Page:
Arts & Culture

Playing for Pinas: An athlete’s ride to success

Text and video by GRAZIELLE CHUA

THE multi-awarded athlete holds his right fist to his chest as he recalls the moment the Philippine flag was being raised after he won at the 9th Far East and South Pacific (FESPIC) Games in Kuala Lumpur in 2006. Besting more than 40 countries in the pentathlon wheelchair event by a mere two points, he calls his victory a “miracle.”

Juanito “Speedy” Mingarine brought home the gold medal with a total of 4,447 points from the shotput, javelin, 200-meter, discus throw and 1,500-meter events. He considers this as one of the most memorable wins he has had in all his 25 years of being an athlete.

“I was so happy, I was so proud,” he said. “When they were playing Lupang Hinirang, I was crying and shaking all over.”

Mingarine is one of the athletes with disabilities (AWD) who have brought home multiple awards for the Philippines from international sporting competitions. Since he started competing in 1990, he has brought pride and honor to the country in wheelchair racing, wheelchair basketball and athletics. He also competed in power lifting, canoe kayak and wheelchair ballroom dancing, and plays wheelchair tennis and swimming as a hobby.

What he calls his “only treasures in life” are the awards he gained from these competitions. Among the long list of awards under his belt are a first place win in the male category of wheelchair ballroom dancing in 2008, a Mythical Five Award for wheelchair basketball from the Philippine Sports Association for the Differently Abled (PhilSPADA) Para National Games in 2012, and a bronze medal for wheelchair basketball from the 7th ASEAN Para Games held in Vietnam last year.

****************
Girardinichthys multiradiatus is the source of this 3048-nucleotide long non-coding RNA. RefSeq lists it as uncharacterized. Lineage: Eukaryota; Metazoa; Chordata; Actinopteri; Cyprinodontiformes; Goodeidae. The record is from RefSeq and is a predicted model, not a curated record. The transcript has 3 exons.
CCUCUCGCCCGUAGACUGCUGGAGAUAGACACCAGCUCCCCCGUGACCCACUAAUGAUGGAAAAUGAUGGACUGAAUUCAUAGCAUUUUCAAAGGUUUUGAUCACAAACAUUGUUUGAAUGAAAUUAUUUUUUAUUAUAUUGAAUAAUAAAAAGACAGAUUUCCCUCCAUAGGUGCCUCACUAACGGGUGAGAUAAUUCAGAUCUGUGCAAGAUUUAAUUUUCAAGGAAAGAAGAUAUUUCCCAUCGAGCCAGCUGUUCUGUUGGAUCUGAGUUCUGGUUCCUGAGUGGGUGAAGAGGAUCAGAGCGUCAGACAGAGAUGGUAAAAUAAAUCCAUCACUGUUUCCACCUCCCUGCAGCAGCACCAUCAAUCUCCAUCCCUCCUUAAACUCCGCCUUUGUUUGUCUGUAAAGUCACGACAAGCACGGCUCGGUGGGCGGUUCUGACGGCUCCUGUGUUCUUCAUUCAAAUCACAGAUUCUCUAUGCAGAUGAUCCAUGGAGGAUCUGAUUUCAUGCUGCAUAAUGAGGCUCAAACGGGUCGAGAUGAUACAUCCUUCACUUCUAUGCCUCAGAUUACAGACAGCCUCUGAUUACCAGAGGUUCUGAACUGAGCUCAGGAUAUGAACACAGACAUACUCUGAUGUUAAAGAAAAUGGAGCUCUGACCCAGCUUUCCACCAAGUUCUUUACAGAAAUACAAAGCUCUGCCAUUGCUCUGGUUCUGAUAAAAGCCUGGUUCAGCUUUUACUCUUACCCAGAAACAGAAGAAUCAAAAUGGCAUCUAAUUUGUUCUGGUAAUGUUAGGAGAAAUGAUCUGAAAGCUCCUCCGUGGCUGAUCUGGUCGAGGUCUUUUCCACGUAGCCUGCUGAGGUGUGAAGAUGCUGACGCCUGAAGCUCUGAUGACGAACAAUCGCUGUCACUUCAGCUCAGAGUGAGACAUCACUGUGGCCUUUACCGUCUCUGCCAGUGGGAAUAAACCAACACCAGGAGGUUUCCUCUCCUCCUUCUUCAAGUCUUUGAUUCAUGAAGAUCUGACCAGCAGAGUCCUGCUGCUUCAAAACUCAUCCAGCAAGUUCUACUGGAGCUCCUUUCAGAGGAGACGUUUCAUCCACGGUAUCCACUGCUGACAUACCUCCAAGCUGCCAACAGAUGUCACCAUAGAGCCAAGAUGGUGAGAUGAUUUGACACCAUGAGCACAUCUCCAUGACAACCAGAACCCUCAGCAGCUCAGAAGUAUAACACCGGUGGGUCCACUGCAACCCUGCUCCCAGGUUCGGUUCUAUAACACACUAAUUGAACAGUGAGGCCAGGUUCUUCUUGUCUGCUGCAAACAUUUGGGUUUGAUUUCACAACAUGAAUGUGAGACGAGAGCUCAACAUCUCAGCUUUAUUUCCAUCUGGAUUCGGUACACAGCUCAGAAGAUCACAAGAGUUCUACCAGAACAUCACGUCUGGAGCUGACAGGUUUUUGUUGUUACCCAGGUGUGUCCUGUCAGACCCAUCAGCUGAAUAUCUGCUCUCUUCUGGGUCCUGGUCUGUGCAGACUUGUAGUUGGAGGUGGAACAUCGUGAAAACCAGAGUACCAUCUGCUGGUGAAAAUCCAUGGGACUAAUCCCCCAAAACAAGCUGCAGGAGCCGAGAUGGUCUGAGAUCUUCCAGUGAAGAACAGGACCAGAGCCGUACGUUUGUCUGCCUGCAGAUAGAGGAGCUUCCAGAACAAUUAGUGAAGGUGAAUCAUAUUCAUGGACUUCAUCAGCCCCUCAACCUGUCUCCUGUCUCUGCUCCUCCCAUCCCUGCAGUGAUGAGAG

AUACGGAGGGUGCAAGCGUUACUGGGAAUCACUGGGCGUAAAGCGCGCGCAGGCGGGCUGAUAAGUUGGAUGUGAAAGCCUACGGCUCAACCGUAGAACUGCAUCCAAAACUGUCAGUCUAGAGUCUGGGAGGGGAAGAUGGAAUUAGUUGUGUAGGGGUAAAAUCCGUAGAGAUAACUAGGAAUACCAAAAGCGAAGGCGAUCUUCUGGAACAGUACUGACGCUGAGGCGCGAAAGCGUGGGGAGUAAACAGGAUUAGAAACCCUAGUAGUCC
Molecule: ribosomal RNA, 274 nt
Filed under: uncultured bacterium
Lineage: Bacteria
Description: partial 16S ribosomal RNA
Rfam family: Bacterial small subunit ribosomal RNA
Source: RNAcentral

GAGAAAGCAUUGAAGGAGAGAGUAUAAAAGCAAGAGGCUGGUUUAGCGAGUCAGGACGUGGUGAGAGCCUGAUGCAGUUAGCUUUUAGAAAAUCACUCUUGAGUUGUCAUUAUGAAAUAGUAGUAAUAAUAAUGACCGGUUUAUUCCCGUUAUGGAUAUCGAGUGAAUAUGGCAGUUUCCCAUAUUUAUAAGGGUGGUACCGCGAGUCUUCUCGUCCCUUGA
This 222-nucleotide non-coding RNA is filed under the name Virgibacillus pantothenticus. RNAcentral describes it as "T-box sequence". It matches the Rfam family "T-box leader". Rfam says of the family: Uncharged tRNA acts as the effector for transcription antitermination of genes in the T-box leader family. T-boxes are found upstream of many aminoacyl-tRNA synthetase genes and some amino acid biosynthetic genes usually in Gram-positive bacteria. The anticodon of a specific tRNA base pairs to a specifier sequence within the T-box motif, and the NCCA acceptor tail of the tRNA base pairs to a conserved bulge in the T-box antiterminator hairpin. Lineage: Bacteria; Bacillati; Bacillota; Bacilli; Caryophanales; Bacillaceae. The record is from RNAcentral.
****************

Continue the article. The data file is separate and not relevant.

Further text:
This year, as captain ball of the Philippine national team for wheelchair basketball Pilipinas Warriors, he is hoping to bring home another medal for the country in the 8th ASEAN Para Games scheduled in December in Singapore.

Being an AWD has not been an easy ride to success, though, for this 43-year-old athlete.

Mingarine was born third in a family of eight children in Villasis, Pangasinan to Roberto and Antonia Mingarine on March 5, 1972. He got the polio virus when he was 8 months old.

The highly infectious disease is caused by a virus that invades the nervous system and can leave a person totally paralyzed. One in 200 infections is said to lead to irreversible paralysis, while 5 to 10 percent of those paralyzed lead to death when the breathing muscles become immobilized.

Children under 5 years old are most vulnerable to the disease. No cure has been found for polio, but it can be prevented with multiple vaccination.

For Mingarine, the virus led to bone deformations in both of his legs, causing them to shrink and lose strength, affecting his ability to walk. He recalls having to crawl around their house up until he was 6 years old. He was eventually able to walk with the use of crutches when he underwent surgery to straighten his legs at the Philippine Orthopedic Center in 1978.

That same year, his parents sent him to Cainta, Rizal to study at the Marick Elementary School through a scholarship offered by Tahanang Walang Hagdanan, a nonprofit nongovernment organization that offers rehabilitation and skills training for people with orthopedic disability.

During special occasions like its anniversary, Tahanan would organize sporting events for their residents and employees. That was how Mingarine was exposed to sports. Through wheelchair racing, he realized his potential and dreamed of playing professionally in the future.